Another photo gallery today, from my “research trip” to Kyushu. This time it’s various places that show up in the books from all around the island.
It was a strange feeling, to visit the places I wrote about – still, largely, unchanged and recognizable. There really is a hot spring and guesthouse in front of Aso shrine in Hitoyoshi; the forests around Kirishima Shrine are dark and mysterious; Jochibyo stairs are terrifyingly creepy.
There were a few more monuments of famous persons around: the Japanese love putting bronze statues of anyone even remotely famous. And of course, the entire journey took only a few days on fast trains, instead of walking on foot for weeks 🙂
Day 11. Today something a bit different – a photo gallery.
This summer I went to Kyushu, Japan, to see how places I’ve written about in “The Shadow of Black Wings” look like today.
Many locations are still standing or are easily identifiable. Naturally, the Suwa Shrine is still sprawling majestically over the city’s northern district, not far from the largely reconstructed Magistrate. The location of the Keisuke house is fictional (although not the family) but the hill district near Sofukuji Temple is still criss-crossed by a labyrinth of indecipherable narrow streets.
The Takashima Residence was, sadly, blown away by the nuclear bomb, and only the foundations remain. The island of Dejima is being painstakingly reconstructed, and you can walk its streets freely – it’s now one of the city’s main tourist attractions. It’s also no longer an island.
Fukusaya Bakery is now a noble institution, with tiny bits of moist cake sold at extortionate prices.
A hundred years ago today started negotiations that would eventually bring an end to the Italo-Turkish War of 1911-1912.
It was not, by any measure, a major war at the time. The Italian victory did have a certain strategic and geopolitical value – what with Italians gaining control of Libya (the repercussions of which we feel to this day) and the Ottoman Empire showing the signs of weakness that would eventually lead to its downfall in the Balkan Wars and World War I. But that’s not why the war is significant to us, or why I chose to write about it in this blog.
It is a war undeservedly forgotten. The Italo-Turkish War was the first real modern war. It was the first European war of the 20th century – and some might say it was the true end of the 19th century. Along with the Second Boer War, it marks a demarcation point between the old and the new ways of waging war, and between the old and new military aesthetics. In literary terms, I dare say it marks the definite boundary between the steampunk and dieselpunk.
We went to Salisbury Plain a few days after the Solstice, and this reminded me of the many other standing stones we’ve seen throughout the British Isles over the years.
This was our second visit to Stonehenge – even more people this time of the year, and the weather was much milder.
Further north of the Stonehenge area is the Avebury area, which has, to me, much more spectacular features than its better known neighbour, though not as iconic. This here is the Silbury Hill – greatest man-made mound in Europe, the size and age of some of the older pyramids in Egypt. Its purpose is unknown, as there doesn’t seem to be anything inside or on top of it.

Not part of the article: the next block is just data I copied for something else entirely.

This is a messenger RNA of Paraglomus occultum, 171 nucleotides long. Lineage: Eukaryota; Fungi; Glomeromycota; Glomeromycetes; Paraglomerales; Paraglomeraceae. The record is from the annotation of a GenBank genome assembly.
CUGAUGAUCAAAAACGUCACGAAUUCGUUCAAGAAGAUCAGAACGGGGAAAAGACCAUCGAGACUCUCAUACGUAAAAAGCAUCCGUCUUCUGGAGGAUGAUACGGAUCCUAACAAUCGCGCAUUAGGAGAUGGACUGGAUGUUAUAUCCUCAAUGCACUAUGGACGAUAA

Just across the road from Silbury Hill is one of the two Kennet Long Barrows
At 100m, it is one of the largest barrows in Britain
The Avebury Circle – what’s left of it – is huge. It encompasses part of the village, including the pub, and is probably the largest in the world. This photo shows just a tiny part of it.
The locals over the ages have removed many stones for construction. Still, what’s left gives a good impression of how the entire thing must have looked like back in the day
‘The Cove’ – a triple formation of stones in the middle of what was one of the smaller concentric circles forming the Avebury complex
Way, way up north from Salisbury, on the wind-swept Orkney there is a set of megalithic monuments rivalling that of the Wiltshire plain. All through the islands the stones are scattered in lesser and greater formation – the Standing Stones of Stenness being one of the most iconic ones
The Maeshowe Barrow is built like the famous Newgrange in Ireland – its entrance pointing at the Winter Solstice sunrise
The Ring of Brodgar, not far from the Stenness Stones, this is the third largest stone circle after Avebury and Stanton Drew, and perhaps one with the best views – sweeping across the Scapa Flow
Dwarfie Stane of Hoy – not many tourists even notice the giant slab of rock cast on a hillside, but inside there are tomb chambers carved in solid red sandstone
We now go to Wales – Anglesey. Plenty to see there, from iron age forts to megalithic monuments. The Bodowyr Dolmen
And the entrance to the Bryn Celli Ddu barrow mound
I have not yet been to Newgrange, so this is the best I’ve got for Ireland. The Poulnabrone Dolmen in the middle of Burren. Hard to notice among all the other naturally strewn boulders.
I made some photos of OccupyLSX tent city yesterday. I have no idea how anyone with clear conscience can be disturbed by this group. People are going in and out of St Paul’s unhindered, the place is clean, very well organized and fun.
The recycling facilities and access to public library made it a better place to live than some parts of London!
There was a multi-faith ceremony taking place on the steps of the cathedral at the time.
The tent city accepts donations and is in need of some supplies – here’s their wishlist.